Master Manufacturing by Karen Phelps
Master Manufacturing’s key staff has nearly 100 years combined experience in the industry.
“Staff loyalty has been excellent with all staff being retained at the change of ownership and some continuing their employment to the present time,” explains managing director Clive Butler.
Master Manufacturing Ltd is a small privately owned plastic injection moulding company, which specializes in small engineering componentry. The company was originally formed as a backyard operation in the mid 70’s. Present owner and equal shareholders Clive and Lyn Butler bought the company in 1989.
Mr Butler says the company’s basic philosophy has always been to focus on manufacturing small items, which he thinks have benefits in terms of storage issues and the fact that they are easily handled and quick to make:
“We identified this as a niche market and over the years have built up our client base and increased our manufacturing capacity to cope with demand,” he explains.
Lead times are usually 3-4 weeks and the company produces around 3 million items per month from their extensive product range, which includes over 700 items. Products include engineering components (brackets, bearings), curtain runners, electrical components, caps (screw, aerosol), closures, educational game components, hooks and doorstops. The company also offers a design and tool making service.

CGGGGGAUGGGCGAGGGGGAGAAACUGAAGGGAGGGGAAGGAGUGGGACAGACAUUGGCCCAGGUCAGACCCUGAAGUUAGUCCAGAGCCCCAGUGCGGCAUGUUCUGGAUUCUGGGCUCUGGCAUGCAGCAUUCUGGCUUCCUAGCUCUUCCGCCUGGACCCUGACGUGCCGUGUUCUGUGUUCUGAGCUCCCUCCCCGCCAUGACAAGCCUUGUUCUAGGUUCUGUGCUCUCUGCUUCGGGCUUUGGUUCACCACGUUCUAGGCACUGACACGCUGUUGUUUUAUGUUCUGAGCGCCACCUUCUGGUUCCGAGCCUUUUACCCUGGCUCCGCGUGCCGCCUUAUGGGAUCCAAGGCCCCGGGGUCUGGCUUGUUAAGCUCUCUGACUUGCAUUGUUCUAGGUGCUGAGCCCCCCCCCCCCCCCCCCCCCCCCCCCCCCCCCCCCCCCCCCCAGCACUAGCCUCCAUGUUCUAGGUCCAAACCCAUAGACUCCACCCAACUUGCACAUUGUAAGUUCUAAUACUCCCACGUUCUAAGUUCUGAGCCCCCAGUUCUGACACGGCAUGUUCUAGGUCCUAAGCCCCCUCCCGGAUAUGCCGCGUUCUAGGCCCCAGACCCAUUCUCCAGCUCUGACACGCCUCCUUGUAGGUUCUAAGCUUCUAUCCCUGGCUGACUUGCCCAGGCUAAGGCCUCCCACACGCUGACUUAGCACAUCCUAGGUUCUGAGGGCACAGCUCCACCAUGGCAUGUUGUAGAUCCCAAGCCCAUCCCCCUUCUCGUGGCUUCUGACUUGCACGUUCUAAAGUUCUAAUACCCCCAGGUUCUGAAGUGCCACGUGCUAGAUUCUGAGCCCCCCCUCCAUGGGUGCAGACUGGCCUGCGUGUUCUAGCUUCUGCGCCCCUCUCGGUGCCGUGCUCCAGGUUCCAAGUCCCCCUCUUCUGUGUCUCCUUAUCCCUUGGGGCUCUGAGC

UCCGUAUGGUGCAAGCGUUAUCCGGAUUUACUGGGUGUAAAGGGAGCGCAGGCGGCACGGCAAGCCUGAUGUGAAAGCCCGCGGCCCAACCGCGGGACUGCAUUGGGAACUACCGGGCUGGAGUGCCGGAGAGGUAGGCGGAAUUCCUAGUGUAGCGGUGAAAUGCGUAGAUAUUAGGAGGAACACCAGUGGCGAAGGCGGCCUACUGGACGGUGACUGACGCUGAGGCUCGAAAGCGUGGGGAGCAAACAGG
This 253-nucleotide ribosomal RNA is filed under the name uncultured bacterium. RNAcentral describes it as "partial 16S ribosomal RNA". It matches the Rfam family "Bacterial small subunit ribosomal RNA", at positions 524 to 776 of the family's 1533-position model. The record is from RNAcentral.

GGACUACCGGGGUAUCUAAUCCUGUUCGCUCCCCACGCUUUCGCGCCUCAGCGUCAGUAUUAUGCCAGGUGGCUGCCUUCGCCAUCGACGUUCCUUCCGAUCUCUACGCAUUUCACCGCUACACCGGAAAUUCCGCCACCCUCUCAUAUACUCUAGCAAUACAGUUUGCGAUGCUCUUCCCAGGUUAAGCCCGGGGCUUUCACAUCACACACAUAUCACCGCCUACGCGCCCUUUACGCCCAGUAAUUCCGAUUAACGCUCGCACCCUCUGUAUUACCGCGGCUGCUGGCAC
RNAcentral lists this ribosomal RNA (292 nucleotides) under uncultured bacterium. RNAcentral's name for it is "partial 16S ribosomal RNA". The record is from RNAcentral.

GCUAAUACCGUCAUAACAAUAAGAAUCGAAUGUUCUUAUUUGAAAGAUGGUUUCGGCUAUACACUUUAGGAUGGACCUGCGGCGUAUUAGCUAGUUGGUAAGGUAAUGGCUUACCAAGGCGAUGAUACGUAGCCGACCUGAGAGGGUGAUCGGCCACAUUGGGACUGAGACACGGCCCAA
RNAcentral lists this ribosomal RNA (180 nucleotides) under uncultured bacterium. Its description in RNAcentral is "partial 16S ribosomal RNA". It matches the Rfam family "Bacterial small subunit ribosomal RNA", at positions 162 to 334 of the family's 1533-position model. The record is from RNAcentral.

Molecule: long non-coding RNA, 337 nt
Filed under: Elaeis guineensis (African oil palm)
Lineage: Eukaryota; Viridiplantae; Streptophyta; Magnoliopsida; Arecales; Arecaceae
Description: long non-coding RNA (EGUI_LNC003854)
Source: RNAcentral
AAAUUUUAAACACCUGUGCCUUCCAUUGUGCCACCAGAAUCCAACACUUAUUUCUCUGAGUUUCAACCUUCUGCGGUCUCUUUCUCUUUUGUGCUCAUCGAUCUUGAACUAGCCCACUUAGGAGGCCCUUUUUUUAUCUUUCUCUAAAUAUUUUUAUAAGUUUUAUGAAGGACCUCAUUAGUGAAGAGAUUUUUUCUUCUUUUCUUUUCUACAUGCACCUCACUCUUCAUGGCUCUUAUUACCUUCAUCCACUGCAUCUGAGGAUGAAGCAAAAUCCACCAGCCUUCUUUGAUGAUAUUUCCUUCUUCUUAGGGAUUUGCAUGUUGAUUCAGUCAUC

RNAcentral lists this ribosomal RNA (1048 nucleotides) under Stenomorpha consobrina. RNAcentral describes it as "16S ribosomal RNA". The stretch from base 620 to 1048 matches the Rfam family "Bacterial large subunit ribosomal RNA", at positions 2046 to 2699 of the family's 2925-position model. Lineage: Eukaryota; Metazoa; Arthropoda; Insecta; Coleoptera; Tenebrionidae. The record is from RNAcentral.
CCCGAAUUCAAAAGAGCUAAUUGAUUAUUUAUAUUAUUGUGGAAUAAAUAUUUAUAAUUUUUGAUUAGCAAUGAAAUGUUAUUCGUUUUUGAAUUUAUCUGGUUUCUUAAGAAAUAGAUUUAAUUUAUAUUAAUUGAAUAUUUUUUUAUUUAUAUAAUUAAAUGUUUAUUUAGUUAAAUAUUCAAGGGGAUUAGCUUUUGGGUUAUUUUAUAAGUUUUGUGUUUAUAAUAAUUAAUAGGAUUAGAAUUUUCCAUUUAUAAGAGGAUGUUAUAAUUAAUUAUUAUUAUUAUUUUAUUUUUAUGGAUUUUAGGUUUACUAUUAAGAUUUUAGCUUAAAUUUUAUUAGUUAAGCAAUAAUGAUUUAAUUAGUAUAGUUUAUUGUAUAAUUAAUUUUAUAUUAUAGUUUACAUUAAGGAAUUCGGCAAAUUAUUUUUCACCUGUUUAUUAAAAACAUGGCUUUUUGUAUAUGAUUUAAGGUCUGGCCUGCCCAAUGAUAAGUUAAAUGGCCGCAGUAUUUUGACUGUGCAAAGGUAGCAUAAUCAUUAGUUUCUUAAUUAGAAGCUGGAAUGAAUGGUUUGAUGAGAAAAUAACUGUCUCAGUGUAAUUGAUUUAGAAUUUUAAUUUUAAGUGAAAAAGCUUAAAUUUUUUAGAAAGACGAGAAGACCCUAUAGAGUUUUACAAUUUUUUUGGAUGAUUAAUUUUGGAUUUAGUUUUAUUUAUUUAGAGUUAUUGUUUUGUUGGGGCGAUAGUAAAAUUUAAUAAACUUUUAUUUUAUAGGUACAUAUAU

Master Manufacturing’s client base extends throughout New Zealand and includes larger clients such as Fisher and Paykel, Holdfast Manufacturing, Masport, NZ Window Shades, Active Components, Aerosol Products, Arandee and Micron. Since the mid 1990’s the company has also exported caps to Sydney based companies Cormack and Pax and wall togglers to Japan and the USA.
“We try to have a personal approach with our clients and meet their individual needs. In the case of exporting our pricing is still highly competitive even taking into account transporting issues,” explains Mr Butler.
The company currently employs a total of 15 staff including management, technicians and general machine operators. The manufacturing capability is serviced by 18 machines of up to 50 tonne clamp pressure.
“These machines include four fully looped computer controlled Engel moulding machines,” explains Mr Butler.
The factory operates a dry air system to hopper dryers and in addition Master Manufacturing has desiccant dryers for specialized materials. There is also a tool room used strictly for repairs and maintenance consisting of a lathe, mill and surface grinder. A small section of the factory has been set up to re-granulate waste materials for recycling. In 1994 Master Manufacturing achieved ISO 9002 certification.